LSU Swimming & Diving’s new associate head coach has more than just the eye of the tiger.
Leah Stancil joined the coaching team this fall, eager to share her wisdom and expertise with students—and to learn from the team’s head coach, Rick Bishop. He joined the team in 2021, fresh off a successful stint with the Hong Kong National Team at the Tokyo Olympics.
“He has accomplished things that are very inspiring to me,” she says.
Many would say the same thing about her own coaching and leadership skills.
Most recently the head coach of Tulane’s swimming and diving team, she brought the school to new heights. During her four-season tenure, it not only racked up 19 school records but also qualified two athletes for the NCAA Championships.
Before becoming a Louisiana resident, Stancil cut her teeth coaching at the Savannah College of Art, the University of South Carolina and University of Florida (her alma mater). She helped coach the Gators’ women’s team to the 2010 National Championship and 2009 SEC Team Championship.
She relates to her student-athletes not just with experience competing at the top of the SEC and the NCAA—but at the top of the sport, period. Originally from Bridgetown, Barbados, she was only a teenager when she first competed at the 1996 Atlanta Olympics, where she finished just shy of a medal, placing fifth in the 50 freestyle and becoming the first Black woman in history to reach the Olympic final in the event.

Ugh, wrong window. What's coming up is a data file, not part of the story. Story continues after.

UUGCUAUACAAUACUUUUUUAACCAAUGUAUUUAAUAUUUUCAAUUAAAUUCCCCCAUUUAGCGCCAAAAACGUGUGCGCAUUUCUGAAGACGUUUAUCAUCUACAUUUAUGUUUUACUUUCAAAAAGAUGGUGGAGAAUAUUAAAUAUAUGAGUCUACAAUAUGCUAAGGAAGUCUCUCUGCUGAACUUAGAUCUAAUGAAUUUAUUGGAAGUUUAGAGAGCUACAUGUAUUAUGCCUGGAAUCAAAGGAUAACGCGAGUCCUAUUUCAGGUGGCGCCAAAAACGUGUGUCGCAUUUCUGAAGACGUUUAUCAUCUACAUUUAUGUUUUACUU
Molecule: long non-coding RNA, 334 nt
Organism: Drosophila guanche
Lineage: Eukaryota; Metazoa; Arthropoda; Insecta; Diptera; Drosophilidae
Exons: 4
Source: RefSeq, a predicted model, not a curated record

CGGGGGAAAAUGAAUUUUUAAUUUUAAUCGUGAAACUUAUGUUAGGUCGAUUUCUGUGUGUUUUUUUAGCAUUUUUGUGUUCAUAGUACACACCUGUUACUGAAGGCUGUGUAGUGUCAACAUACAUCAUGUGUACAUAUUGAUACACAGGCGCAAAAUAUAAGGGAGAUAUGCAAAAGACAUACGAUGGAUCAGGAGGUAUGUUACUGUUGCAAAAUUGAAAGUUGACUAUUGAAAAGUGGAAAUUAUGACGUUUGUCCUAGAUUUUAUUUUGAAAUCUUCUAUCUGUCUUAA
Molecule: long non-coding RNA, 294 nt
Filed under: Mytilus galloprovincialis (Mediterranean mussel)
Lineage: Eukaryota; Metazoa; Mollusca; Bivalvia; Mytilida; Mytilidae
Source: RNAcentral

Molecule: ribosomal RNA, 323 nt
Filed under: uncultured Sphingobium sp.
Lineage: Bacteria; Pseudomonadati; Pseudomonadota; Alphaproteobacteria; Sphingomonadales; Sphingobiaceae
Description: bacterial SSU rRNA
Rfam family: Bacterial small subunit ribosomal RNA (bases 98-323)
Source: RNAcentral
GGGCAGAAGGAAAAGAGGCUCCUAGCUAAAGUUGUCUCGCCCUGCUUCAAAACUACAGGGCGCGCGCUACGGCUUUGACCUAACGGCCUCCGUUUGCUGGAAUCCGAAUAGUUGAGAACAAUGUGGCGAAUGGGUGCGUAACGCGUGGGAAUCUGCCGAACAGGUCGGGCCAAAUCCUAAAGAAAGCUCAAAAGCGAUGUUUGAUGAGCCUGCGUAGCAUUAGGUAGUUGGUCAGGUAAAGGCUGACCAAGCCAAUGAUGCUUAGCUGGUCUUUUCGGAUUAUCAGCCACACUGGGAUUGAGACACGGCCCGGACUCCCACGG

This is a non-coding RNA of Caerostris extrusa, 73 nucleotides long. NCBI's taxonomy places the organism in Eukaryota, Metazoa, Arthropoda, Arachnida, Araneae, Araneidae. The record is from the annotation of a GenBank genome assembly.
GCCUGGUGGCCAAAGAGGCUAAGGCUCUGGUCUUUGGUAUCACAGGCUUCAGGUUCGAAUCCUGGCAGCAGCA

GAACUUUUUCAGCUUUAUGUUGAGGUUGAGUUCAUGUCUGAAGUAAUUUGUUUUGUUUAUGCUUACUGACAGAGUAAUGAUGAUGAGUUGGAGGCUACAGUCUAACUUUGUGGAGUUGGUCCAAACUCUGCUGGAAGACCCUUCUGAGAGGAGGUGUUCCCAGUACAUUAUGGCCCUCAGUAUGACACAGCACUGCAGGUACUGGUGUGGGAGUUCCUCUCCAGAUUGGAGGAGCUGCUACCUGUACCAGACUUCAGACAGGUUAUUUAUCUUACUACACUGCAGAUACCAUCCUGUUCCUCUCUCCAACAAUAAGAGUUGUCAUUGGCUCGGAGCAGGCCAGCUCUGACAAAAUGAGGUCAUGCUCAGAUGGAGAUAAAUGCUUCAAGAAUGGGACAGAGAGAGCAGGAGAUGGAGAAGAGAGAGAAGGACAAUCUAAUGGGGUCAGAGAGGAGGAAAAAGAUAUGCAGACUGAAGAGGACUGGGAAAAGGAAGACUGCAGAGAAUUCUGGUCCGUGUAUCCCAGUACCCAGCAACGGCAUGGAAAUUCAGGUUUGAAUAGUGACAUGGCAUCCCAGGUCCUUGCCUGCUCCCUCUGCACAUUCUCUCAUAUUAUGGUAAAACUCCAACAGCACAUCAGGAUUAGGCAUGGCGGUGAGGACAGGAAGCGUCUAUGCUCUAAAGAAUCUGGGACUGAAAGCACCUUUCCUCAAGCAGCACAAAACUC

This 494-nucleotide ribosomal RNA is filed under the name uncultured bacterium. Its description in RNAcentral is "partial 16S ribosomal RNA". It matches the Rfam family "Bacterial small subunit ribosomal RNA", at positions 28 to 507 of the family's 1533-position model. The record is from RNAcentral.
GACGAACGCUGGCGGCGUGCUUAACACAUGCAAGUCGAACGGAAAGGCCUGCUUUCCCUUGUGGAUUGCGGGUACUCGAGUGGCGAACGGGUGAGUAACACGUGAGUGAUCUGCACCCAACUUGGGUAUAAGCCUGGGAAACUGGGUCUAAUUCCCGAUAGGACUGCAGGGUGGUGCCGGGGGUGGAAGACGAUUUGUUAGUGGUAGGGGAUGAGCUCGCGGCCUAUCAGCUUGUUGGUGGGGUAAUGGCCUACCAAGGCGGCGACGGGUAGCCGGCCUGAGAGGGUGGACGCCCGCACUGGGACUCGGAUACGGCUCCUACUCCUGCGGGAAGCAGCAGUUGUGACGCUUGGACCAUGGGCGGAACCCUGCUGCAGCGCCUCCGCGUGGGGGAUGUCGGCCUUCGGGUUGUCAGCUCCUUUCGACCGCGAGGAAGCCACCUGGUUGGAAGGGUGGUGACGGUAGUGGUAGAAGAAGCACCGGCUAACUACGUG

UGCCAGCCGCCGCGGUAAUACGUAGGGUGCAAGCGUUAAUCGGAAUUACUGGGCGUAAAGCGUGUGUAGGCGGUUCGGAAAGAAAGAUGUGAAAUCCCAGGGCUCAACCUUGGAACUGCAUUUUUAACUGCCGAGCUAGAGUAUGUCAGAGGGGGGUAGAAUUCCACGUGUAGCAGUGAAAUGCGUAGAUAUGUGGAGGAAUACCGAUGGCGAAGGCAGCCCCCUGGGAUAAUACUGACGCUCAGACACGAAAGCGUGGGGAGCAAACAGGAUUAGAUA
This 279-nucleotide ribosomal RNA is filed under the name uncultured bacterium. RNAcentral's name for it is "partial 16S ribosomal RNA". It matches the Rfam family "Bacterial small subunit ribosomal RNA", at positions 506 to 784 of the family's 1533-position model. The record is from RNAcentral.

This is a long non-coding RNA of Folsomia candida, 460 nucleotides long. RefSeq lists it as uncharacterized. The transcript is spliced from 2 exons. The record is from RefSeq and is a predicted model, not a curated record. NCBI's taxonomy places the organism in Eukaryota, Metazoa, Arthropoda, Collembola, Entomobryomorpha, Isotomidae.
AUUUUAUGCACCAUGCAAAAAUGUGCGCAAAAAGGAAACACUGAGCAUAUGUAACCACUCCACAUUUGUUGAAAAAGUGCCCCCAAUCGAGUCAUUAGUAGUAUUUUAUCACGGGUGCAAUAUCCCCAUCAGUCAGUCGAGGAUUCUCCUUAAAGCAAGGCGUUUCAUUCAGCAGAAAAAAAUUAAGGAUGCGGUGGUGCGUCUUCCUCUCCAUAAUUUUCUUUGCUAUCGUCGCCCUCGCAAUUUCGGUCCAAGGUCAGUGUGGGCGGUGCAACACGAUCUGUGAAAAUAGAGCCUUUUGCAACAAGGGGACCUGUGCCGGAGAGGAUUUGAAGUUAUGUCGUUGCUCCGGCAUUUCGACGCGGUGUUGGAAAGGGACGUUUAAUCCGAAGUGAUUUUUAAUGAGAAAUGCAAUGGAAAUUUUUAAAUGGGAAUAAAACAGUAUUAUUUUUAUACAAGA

She’d go on to compete again in 2000, as well as in the 2002 Commonwealth Games. And it was during those years that she rewrote Barbados’ national records in sprint events, reaching top times in the 50 freestyle, 100 freestyle, 50 butterfly and 100 butterfly in both long- and short-course events.
Nearly two decades later, she brought her Olympic journey full-circle, coaching the Barbados National Team in the 2021 Tokyo Olympics and 2022 World Championships.
“Coaching was definitely different and easier than being an athlete,” she says, reflecting back on the experiences. “As an athlete, you must stay focused and engaged, which can be mentally tiring. As a coach, your job is to be there for support and positivity.”
In fact, she originally wanted to be a sports psychologist and help athletes overcome mental challenges. She has a bachelor’s degree in psychology and a master’s degree in sport and exercise psychology. Coaching, however, made it more possible to work one-on-one with athletes—and she no doubt draws on her sports psychology training today.
“I teach (students) how to trust in their abilities and how to maintain a positive attitude,” she says.
Positivity is what has led Stancil through the toughest of times, from beating breast cancer to battling racism and stereotypes as a Black female athlete turned coach in a predominantly white sport.
“My experiences have toughened me up. I have had to work harder to be seen and acknowledged. I have been underestimated, but I have stayed focused and resilient,” she says. “Breast cancer showed me the importance of caring for myself and learning my limits. I could not have gotten through it without God’s guidance, protection and love.” lsusports.net
This article was originally published in the January 2023 issue of 225 magazine.